Friday, August 16, 2013

PARIS - The Cafe Pages

A peek into four different cafes and four different experiences.

La Pause Beaubourg
Streetside, under the striped awning

La Pause Beaubourg, Paris Cafe by DG Hudson

Leftovers of Love

At Le Pause Beaubourg, we witnessed the emotional aftermath of a romantic breakup when a guy in his twenties had a meltdown right in front of us, live and just across the aisle. He maintained a running one-sided conversation/rant with his sympathetic friend. He, the rejected victim of his love, was besotted with the unfairness in life. His own lack of restraint and the response from the staff at the restaurant rather surprised us. He waved his hands about, put his head in his hands, and he couldn't sit still. He cared little for the other diners. His heart was broken. Understandable.

In most circumstances, or in many cities, the poor lover would have been hustled out. But in this cafe, no one complained and no one was bothered. Instead, a few of the staff patted the 'poor guy' on the shoulders as they went about their work. Perhaps on another day, this 'poor romantic' worked in this cafe.

There must be a story in this scene, somewhere. And a villain. . .

Observation: Love conquers all, but it exacts its cost along the way.


Cafe Louis Phillippe
by the Seine River

Cafe Louis Phillippe, Rainy Night Paris, by DG Hudson


Facing the Ile Saint-Louis, le Cafe Louis-Phillippe sits in the same square as the Hotel de Ville, a space it has occupied since 1810. Like many others walking by the Seine River, we wanted French cafe cooking and shelter from the rain. The golden glow of this restaurant drew us in.

Paris rain found us sitting under a full-sided tent style tarp next to a group of mostly male office workers. 'Undercover' sidewalk eating makes sense in Paris and we stayed dry and cozy. Good service, good wine and helpful, friendly staff. Cafe Louis-Phillippe is situated in an area popular with urbanites as well as tourists. After dessert, the rain had stopped, leaving a smell of fresh streets and dampness.

Observation: The love of good food and good company is universal. Rain doesn't stop that.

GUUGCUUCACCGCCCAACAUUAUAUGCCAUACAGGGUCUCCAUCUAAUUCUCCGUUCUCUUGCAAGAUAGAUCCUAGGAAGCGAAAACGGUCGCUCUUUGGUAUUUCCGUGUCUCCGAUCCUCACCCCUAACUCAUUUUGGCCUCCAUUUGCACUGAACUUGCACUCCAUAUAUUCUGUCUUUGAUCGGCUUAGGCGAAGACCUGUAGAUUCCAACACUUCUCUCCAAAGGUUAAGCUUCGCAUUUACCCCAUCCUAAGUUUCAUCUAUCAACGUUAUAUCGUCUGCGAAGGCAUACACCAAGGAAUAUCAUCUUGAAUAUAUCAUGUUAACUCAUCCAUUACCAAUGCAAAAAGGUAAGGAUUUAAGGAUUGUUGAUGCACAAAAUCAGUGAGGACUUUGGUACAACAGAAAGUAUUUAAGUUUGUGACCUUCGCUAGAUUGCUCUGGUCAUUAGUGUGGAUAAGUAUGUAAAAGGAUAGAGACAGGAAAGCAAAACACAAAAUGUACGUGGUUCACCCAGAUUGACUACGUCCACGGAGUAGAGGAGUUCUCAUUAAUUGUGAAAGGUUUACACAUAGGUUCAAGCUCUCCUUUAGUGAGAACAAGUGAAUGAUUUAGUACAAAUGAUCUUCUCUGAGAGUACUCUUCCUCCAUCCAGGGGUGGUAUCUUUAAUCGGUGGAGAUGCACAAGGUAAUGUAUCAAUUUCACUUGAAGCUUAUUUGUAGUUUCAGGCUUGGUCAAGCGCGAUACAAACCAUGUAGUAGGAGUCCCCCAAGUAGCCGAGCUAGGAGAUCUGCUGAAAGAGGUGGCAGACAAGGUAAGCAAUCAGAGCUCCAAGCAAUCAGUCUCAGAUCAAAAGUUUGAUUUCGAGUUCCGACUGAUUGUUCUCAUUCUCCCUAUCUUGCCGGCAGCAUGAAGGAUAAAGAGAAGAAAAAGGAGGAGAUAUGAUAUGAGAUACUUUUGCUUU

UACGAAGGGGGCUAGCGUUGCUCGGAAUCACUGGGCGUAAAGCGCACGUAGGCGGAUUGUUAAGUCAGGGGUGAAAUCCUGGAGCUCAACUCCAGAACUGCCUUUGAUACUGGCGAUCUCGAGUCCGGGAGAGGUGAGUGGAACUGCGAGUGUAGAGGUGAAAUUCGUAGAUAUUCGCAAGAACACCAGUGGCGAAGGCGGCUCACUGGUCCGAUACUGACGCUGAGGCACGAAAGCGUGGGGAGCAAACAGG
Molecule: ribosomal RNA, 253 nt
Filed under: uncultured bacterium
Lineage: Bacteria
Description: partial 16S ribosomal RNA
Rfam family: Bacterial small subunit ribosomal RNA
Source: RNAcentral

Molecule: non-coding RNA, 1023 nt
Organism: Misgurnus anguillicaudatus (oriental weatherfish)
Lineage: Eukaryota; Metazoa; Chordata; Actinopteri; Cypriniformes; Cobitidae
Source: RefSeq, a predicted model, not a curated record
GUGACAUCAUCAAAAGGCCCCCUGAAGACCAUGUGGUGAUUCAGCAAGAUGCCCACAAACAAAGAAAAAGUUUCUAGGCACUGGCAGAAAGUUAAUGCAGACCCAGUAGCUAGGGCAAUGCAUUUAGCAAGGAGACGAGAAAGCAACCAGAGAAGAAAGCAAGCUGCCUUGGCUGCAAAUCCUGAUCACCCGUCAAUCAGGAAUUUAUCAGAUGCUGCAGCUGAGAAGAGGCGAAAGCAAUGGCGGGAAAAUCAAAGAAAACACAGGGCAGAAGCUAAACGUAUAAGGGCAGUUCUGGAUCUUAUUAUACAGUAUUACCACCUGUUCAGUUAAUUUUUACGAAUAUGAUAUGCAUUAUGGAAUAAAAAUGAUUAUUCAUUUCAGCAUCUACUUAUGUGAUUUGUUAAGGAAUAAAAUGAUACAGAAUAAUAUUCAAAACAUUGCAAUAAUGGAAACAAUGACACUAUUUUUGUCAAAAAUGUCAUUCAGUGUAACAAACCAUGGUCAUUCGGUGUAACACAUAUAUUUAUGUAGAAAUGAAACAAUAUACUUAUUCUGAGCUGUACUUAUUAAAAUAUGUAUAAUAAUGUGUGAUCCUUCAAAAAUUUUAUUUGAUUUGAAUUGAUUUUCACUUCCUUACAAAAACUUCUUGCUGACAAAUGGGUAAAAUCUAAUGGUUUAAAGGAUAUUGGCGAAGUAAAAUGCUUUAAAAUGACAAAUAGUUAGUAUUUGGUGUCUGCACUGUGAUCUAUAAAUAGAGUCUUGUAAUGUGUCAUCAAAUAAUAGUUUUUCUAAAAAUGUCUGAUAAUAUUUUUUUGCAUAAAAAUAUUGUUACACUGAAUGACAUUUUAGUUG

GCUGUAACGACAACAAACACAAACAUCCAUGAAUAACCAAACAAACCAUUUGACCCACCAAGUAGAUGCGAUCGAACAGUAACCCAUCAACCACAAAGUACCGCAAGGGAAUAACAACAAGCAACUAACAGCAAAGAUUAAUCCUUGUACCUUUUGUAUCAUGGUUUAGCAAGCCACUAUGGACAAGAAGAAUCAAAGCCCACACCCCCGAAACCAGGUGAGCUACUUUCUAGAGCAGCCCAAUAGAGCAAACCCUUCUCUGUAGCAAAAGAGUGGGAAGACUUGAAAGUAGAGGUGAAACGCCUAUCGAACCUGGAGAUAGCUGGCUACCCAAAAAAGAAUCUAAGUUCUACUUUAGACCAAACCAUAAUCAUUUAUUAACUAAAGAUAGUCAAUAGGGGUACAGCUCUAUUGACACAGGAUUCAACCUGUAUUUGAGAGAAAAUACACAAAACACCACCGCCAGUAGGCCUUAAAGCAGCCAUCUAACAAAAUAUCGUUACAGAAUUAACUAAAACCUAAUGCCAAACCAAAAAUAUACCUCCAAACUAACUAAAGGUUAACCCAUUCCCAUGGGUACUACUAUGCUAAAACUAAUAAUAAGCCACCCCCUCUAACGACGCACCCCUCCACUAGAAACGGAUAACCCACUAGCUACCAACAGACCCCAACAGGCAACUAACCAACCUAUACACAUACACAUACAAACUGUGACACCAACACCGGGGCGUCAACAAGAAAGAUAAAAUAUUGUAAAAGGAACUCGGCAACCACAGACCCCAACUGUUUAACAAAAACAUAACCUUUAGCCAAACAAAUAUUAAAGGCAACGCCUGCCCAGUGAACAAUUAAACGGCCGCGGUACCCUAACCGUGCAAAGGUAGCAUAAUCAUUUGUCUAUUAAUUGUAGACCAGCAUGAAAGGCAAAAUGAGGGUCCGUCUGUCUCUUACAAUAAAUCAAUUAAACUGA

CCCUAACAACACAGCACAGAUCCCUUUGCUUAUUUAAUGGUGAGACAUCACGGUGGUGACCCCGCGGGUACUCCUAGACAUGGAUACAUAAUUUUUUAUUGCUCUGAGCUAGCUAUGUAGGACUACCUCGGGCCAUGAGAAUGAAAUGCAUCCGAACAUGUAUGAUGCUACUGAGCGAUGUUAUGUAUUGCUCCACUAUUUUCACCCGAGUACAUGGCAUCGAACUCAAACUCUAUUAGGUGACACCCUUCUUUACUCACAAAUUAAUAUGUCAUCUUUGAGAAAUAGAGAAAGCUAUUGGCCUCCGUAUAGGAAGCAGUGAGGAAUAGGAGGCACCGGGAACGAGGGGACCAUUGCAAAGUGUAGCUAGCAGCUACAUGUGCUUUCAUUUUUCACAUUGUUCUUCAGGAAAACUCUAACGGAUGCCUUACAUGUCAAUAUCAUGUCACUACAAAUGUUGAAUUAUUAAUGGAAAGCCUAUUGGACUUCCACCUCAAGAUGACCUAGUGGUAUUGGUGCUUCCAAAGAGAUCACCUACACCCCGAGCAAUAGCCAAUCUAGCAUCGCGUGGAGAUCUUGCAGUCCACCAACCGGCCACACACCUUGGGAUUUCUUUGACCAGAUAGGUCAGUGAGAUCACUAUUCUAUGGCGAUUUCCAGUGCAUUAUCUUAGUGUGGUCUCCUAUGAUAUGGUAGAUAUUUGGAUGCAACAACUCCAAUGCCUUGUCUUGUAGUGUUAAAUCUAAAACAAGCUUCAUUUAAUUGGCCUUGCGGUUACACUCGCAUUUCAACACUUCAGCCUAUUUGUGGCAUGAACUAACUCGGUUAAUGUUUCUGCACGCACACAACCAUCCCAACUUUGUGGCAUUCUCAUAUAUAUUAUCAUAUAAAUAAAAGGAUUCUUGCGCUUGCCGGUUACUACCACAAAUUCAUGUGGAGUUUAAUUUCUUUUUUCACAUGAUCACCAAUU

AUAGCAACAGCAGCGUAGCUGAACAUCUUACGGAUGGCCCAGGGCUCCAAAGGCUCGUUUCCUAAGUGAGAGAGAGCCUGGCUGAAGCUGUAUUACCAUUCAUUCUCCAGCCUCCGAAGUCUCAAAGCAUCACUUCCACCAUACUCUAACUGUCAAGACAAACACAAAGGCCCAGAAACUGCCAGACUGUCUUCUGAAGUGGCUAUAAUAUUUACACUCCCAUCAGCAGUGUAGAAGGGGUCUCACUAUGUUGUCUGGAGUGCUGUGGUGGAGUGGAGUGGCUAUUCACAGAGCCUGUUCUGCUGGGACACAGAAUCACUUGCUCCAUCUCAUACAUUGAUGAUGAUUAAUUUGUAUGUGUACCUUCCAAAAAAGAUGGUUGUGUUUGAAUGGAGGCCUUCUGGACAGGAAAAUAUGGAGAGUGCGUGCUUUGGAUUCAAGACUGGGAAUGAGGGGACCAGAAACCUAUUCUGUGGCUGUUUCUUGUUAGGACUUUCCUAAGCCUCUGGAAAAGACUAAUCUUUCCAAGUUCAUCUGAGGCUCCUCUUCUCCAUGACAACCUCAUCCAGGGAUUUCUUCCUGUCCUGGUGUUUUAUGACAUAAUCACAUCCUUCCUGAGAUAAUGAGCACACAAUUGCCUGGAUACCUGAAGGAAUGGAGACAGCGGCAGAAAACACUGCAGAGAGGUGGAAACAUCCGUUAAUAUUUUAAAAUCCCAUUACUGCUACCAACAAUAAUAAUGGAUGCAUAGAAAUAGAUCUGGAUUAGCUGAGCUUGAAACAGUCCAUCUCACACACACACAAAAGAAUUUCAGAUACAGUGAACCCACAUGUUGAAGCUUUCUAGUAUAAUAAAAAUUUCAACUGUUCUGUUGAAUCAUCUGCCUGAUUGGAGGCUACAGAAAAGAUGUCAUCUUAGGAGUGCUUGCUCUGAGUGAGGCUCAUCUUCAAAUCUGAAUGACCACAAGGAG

Cafe des Arts et Metiers
Latin Quarter

Cafe des Arts et Metiers, Latin Quarter by DG Hudson

What's going on?

In the Cafe des Arts et Metiers, one young waiter with a friendly attitude, kept spilling things on a young couple a few tables away from us. Their backpacks made them appear to be students. They seemed to be talking earnestly or arguing. . .was this sensitivity to a moment, or did the waiter not like what the young man was saying to the young girl? The spill seemed to be more on the guy's side of the table when it happened. . . Interesting to note that the waiter had impeccable touch when he waited our table, but I later saw him observing the couple at the table.

Observation: In Paris, never underestimate the value of having the waiter on 'your side'.


Le Voltaire Restaurant

Le Voltaire Restaurant, Paris, by DG Hudson

Resistance is Futile

As we sat waiting, we watched Madame Hostess establish her claim on the cafe turf. She nodded to us and seated us in a table perfect for observation and facing the door. In came a young woman, likely a tourist by her abrupt insistence that she be served only wine, no food. The hostess or proprietor told her in no uncertain terms that this was a Restaurant! Restaurant! and not a place to just drink. She sent her away.

Then a woman-of-a-certain-age came in with her shopping bags, plopped them on a tabletop and sat down. Our efficient hostess watched, then approached, told her to remove her bags and wait to be seated. A bit of feminine huffiness ensued. After an apology by said customer, Madame Hostess let her stay.

Now, Madame came to our table to take our order. We ordered the German beer that she recommended, and a quiche. She liked our choices, even smiled at us, as we ordered in our basic French. Guess we passed muster. The 'old French bistro' style decor survives in this cafe and adds to its attraction.

Observation: In an area with high tourist traffic, there may be more sensitivity to tourists' behavior. Be aware.


These 'Cafe Pages' are based on true events observed in Paris. Interesting people do catch my attention.

Are you an observer? Do you try to be aware of your surroundings? Sometimes these events or scenes unfold in front of us like a play. I'm referring to those incidents which are not life-threatening. Have you had a similar experience?

Please share in the comments. Thanks for stopping by! 



Check the Paris Posts tab at the top of the blog for more Paris photos and Paris - Bistros and Sidewalk Cafés of Interest for more information on the bistros.

Update: Oct.2013